This passage of Scripture provides a picture of a Messiah-king, a deliverer of salvation, gently offering his kingship to Israel and to the world. He is a man of peace for all peoples. He will proclaim peace to all the nations, not just to Israel.
In our world today, peaceful people may win prizes, but they don’t necessarily command authority. We’ve come to expect a certain amount of confidence, even arrogance, from our leaders. We expect them to do what they have to do to maintain order. Especially in Israel and the Middle East, it is difficult to fathom that someone could come to such power on peaceful terms. A king who does not fight? Yet in this passage, that is exactly what is promised.
Zechariah 14:2-4 — A King of War
Later, however, Zechariah gives another description of the coming king, a picture quite different from that of chapter 9. Let’s take a brief look at the context for his statement:
For I will gather all the nations against Jerusalem to battle, and the city will be captured. Then the Lord will go forth and fight against those nations, as when He fights on a day of battle. In that day His feet will stand on the Mount of Olives, which is in front of Jerusalem on the east; and the Mount of Olives will be split in its middle from east to west by a very large valley, so that half of the mountain will move toward the north and the other half toward the south. (Zechariah 14:2-4)
This picture is very much like an epic battle scene from a movie full of bloodshed and tragedy and triumph. Then, in verses 8 and 9 we read:
And in that day living waters will flow out of Jerusalem, half of them toward the eastern sea and the other half toward the western sea; it will be in summer as well as in winter. And the Lord will be king over all the earth; in that day the Lord will be the only one, and His name the only one. (Zechariah 14:8-9)
Chapters 9 and 14 are the central passages in Zechariah telling of this king who will reign over all the earth. In chapter 9, the king is humble, but in chapter 14, he is a force to be reckoned with. In the latter picture, the king is a conqueror; he comes in wrath, meting out judgment to the enemies of Israel. This is perhaps a more traditional picture of Messiah, a mighty hero who fights on our behalf.
Mysteriously, this passage seems to suggest that this Messiah-king is none other than the Lord God himself, God coming to fight on behalf of his people. In any case, we are presented with a dramatically different picture of the king here than the one we see in Zechariah 9.
Two Descriptions, Two Kings?
So the question is, does this king who reigns over all the earth come gently, riding on a donkey in peace, or in great wrath, ready to do battle? Is Zechariah contradicting himself? This is a big puzzle for Jewish scholars as well. But this is not the only place in the Scriptures where we find seemingly divergent pictures of Messiah. For example, Micah 5 tells us he is born in Bethlehem, the city of David. But in Daniel 7, the prophet tells us he will arrive riding on the clouds of heaven. Is the Messiah going to be cut off (killed), as predicted in Daniel 9, or will he come in regal splendor and reign forever, as Isaiah 9 tells us? Is he the suffering servant of Isaiah 53 or a royal king portrayed in Psalm 2?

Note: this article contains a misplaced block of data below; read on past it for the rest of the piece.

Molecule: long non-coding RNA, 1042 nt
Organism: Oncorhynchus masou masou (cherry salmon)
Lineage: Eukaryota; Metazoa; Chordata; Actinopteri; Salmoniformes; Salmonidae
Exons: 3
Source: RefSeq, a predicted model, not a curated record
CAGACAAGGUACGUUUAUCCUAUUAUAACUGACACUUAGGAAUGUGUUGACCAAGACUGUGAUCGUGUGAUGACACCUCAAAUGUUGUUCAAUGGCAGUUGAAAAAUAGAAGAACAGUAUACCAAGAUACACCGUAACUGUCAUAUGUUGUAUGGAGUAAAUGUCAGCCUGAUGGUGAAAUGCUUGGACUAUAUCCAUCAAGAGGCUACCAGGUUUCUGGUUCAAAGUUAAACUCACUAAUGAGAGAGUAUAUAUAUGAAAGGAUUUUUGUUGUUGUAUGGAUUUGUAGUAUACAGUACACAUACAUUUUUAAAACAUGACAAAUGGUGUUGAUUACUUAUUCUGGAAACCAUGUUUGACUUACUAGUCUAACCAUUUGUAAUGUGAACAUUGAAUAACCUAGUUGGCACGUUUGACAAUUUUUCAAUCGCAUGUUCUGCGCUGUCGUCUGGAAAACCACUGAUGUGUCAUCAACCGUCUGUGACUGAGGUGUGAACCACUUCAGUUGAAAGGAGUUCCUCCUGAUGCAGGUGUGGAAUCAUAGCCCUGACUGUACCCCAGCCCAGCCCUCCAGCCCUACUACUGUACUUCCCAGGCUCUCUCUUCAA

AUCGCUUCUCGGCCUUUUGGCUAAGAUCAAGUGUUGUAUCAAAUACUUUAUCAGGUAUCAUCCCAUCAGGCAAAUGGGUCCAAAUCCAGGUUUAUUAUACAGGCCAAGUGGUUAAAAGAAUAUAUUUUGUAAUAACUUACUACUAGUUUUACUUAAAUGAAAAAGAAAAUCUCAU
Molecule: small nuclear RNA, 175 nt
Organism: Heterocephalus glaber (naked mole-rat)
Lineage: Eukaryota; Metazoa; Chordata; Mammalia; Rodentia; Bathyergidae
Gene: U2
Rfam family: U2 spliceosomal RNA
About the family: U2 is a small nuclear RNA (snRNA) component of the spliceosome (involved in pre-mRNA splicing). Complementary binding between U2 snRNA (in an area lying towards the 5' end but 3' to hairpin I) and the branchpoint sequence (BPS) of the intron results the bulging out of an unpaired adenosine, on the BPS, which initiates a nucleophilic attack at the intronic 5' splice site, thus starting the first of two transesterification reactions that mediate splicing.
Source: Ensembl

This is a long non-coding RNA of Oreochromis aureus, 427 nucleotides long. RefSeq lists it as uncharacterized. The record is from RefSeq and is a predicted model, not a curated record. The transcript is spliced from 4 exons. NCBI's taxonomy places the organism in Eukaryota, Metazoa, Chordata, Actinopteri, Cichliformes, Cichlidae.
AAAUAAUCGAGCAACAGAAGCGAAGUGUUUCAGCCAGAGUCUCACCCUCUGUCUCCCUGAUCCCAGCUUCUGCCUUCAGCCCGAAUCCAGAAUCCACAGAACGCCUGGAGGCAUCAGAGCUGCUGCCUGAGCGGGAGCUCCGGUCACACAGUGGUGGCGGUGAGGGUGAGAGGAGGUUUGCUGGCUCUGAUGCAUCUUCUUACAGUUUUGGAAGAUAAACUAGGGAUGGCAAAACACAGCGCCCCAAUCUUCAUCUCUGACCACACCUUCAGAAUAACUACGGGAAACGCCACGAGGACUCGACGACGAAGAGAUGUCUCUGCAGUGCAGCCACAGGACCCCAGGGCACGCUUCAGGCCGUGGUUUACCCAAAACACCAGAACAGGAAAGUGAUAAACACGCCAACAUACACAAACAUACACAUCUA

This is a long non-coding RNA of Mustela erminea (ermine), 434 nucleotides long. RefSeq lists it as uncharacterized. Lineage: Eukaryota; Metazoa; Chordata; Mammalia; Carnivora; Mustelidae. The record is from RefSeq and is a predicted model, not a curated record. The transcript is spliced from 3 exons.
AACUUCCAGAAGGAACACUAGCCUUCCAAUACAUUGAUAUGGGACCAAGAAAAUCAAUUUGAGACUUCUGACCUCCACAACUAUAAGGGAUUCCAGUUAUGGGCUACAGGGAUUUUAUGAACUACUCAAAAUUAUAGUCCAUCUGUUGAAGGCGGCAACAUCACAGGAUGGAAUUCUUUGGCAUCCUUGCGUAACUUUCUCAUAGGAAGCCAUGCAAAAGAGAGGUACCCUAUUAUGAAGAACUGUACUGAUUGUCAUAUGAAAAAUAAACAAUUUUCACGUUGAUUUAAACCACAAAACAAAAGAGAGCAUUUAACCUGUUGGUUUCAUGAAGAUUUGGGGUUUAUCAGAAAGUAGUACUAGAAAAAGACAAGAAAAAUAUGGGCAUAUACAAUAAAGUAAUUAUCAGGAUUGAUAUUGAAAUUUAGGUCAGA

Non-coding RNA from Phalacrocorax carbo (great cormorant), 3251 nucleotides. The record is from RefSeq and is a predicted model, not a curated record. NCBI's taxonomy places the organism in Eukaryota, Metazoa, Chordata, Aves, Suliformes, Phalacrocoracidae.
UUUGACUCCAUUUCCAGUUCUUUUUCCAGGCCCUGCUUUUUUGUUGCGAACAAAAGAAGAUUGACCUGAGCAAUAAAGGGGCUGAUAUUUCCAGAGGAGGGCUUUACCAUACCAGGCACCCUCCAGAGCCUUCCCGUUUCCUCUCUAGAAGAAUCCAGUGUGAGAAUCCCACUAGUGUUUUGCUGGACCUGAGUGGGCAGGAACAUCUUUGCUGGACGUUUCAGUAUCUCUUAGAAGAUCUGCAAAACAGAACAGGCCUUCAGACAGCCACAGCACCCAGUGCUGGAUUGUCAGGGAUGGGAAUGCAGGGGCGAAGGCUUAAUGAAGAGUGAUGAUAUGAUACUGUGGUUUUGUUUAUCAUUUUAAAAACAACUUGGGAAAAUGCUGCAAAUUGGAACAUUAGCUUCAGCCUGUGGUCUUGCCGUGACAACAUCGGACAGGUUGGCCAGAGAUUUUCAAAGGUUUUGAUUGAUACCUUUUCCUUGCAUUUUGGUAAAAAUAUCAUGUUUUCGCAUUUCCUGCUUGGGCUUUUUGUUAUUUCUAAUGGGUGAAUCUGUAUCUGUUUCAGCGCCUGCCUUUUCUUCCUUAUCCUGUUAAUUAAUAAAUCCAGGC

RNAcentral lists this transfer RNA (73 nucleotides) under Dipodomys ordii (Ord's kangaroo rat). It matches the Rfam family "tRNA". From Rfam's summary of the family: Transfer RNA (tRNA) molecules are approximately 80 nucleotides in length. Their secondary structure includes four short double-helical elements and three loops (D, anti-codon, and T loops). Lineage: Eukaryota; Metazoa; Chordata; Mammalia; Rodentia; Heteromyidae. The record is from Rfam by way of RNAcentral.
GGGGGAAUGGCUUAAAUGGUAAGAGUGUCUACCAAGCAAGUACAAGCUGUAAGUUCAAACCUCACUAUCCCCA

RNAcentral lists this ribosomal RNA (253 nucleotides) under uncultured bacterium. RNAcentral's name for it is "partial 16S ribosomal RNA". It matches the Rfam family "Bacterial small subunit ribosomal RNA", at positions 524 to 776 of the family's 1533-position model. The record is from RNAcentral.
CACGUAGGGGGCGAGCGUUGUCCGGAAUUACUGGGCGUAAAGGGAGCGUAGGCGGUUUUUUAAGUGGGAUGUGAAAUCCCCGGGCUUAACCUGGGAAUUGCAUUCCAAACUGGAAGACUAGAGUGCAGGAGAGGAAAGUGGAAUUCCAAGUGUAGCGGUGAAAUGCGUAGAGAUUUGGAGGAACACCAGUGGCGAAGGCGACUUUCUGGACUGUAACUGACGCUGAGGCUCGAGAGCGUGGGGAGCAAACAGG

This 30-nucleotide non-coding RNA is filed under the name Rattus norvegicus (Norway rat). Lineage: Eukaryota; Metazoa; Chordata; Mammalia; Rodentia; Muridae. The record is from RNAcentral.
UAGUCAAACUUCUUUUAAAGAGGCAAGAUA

In response to these two seemingly opposite pictures of Messiah, some rabbis decided that there must be two messiahs, the Messiah ben Joseph, who would come and suffer, and the Messiah ben David, who would come as a conquering king.
Another Jewish tradition explains the two contrasting portraits of Messiah like this: “If the people of Israel will be righteous, the Messiah will come in the clouds of Heaven. If they will not be righteous, he will come as a poor man riding upon an ass” (Sanhedrin 98a).
Are such explanations necessary or is it possible that one individual might “fit the bill” of both pictures, someone who would be both a king of peace and a king of power, a humble servant and a conqueror? If so, what would this extraordinary person look like?
The Once and Future King
There is still another Jewish view concerning the two pictures of the Messiah-king that accurately fulfills the portrait we see in Zechariah and elsewhere in the Hebrew Scriptures. This view actually predates the other two mentioned. It’s the position presented in the New Testament.
The writers of the New Testament were Jewish people, living in the first century, who believed that the prophecies in the Hebrew Scriptures described one Messiah, a great king who was to come twice, first as a servant, then as conqueror. They believed that Yeshua (Jesus) was the fulfillment of both expectations.